By Mark Scott
Benjamin Franklin was leaving Independence Hall in Philadelphia when the Constitutional Convention ended, and a certain Mrs. Powel asked Mr. Franklin, “Well, Doctor, what have we got, a republic or a monarchy?” Not hesitating, Franklin responded, “A republic, if you can keep it.” The apostle Paul says something very similar in our text. Freedom has been given to us as a gift from God through Christ. Maybe the question is, “Can we keep it?”
Two telling verses that focus on the theme of Galatians are 2:16 and 5:1. They function like a thesis, proposition, or dominant thought to the epistle. It is for freedom that Christ has set us free. The verb tense in the original language of the phrase has set us free indicates that Paul had in mind a particular moment in time when this happened (Calvary?). But the next phrase, Stand firm is in present tense indicating ongoing action. Freedom is a gift of God at a particular moment in time, but maintaining that freedom has to be worked out continually.
Freedom in Christ Can Be Compromised
Galatians 5:1-4, 7-10, 12
Freedom is such a slippery thing. Vigilance is necessary to retain it. It is too easy to slip back into slavery. The Judaizers wanted to add circumcision to the finished work of Christ. It was one thing to circumcise someone for expediency so as not to hinder the missionary enterprise of the church (Acts 16:3). But it was quite another thing to require circumcision as a term of salvation (Galatians 2:3). If people need Jesus plus circumcision then Christ will be of no value (“will profit them nothing”). In fact, embracing circumcision as a salvific requirement demanded obedience to the whole law, and that was an obligation that no one could bear (Acts 15:10). Attempting to be justified by the law ends in two horrible consequences: 1—being alienated (separated) from Christ and 2—having fallen from grace. The word translated fallen can mean “to fall but be able to recover oneself,” but it still means to fall away. It is amazing that so many people say that people cannot do this when Paul affirmed that it is a real possibility.
Paul was comfortable using athletic imagery to describe the Christian experience (1 Corinthians 9:24-27; 2 Timothy 4:6-8). He pictured the Galatians running a good race and then getting cut off by the Judaizers. God called them to freedom. The Judaizers were guilty of contaminating (like the influence that yeast has in dough) and confusing (“to stir up” like a storm) the believers. Paul said that those people’s penalty (sentence or condemnation) was just. Strong language—but not near as strong as verse 12. Paul graphically indicated that maybe they should let the knife slip a little further. Enough said.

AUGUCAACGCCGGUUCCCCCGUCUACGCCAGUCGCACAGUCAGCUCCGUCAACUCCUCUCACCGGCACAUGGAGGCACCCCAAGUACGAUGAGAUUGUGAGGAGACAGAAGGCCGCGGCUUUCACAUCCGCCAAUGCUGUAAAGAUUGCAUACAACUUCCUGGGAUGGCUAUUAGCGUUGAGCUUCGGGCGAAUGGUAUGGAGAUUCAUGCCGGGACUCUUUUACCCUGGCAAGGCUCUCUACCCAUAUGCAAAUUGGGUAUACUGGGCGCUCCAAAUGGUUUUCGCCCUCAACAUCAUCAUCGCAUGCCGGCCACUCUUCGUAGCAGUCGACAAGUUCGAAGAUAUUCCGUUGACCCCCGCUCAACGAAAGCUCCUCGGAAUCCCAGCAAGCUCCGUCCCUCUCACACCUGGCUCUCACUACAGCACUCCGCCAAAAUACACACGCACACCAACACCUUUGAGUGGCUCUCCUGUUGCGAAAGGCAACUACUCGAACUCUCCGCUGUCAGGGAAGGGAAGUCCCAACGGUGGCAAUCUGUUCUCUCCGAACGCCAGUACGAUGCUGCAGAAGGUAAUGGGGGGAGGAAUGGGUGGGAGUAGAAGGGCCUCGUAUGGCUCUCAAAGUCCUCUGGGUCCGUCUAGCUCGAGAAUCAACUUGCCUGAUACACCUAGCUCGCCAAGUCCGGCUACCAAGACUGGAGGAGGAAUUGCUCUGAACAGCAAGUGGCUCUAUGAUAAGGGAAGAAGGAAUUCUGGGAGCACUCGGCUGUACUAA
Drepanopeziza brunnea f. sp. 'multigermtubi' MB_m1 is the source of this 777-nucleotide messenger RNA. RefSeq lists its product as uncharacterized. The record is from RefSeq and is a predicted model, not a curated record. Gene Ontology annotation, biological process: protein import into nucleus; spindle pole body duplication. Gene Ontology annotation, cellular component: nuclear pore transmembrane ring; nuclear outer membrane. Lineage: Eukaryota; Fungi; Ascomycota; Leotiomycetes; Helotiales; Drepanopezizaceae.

Freedom in Christ Is Demonstrated in Love
Galatians 5:5, 6, 13-17
To maintain freedom takes internal transformation, not external constraints. When believers trust Christ for salvation, they receive the Holy Spirit on the inside, and the Spirit becomes God’s gift to live out the righteousness that has been given. Since we have the Spirit we are called to walk (live) by the Spirit. This means choosing daily not to gratify the desires of the flesh. The Holy Spirit works with our human spirit to make good choices in life. Paul does admit that the way of the world and the way of the Spirit are contrary. This means they stand opposite each other. So Christians end up being a walking civil war. But remember that God’s power is stronger than that of the flesh (1 John 4:4).
Christian freedom is actually measureable. Christian freedom has an objective outcome. In a word, it is love. Circumcision was a sign of the covenant (Genesis 17). But at the end of the day it counts for nothing. What matters is faith expressing itself (“working or energizing itself”) through love.
Love will never misuse freedom. Freedom is doing the right thing, and that right thing is always love. Christians do not use their freedom to indulge the flesh. Instead they serve one another in love. Circumcision does not fulfill the law, but love does. Rightly demonstrated love will never bite and devour. Rather it will demonstrate freedom in Christ.
Dr. Mark Scott teaches Preaching and New Testament at Ozark Christian College in Joplin, Missouri.
Based on International Sunday School Lesson, © 2012, by the Lesson Committee. Scripture quotations are from the New International Version ©2011, unless otherwise indicated.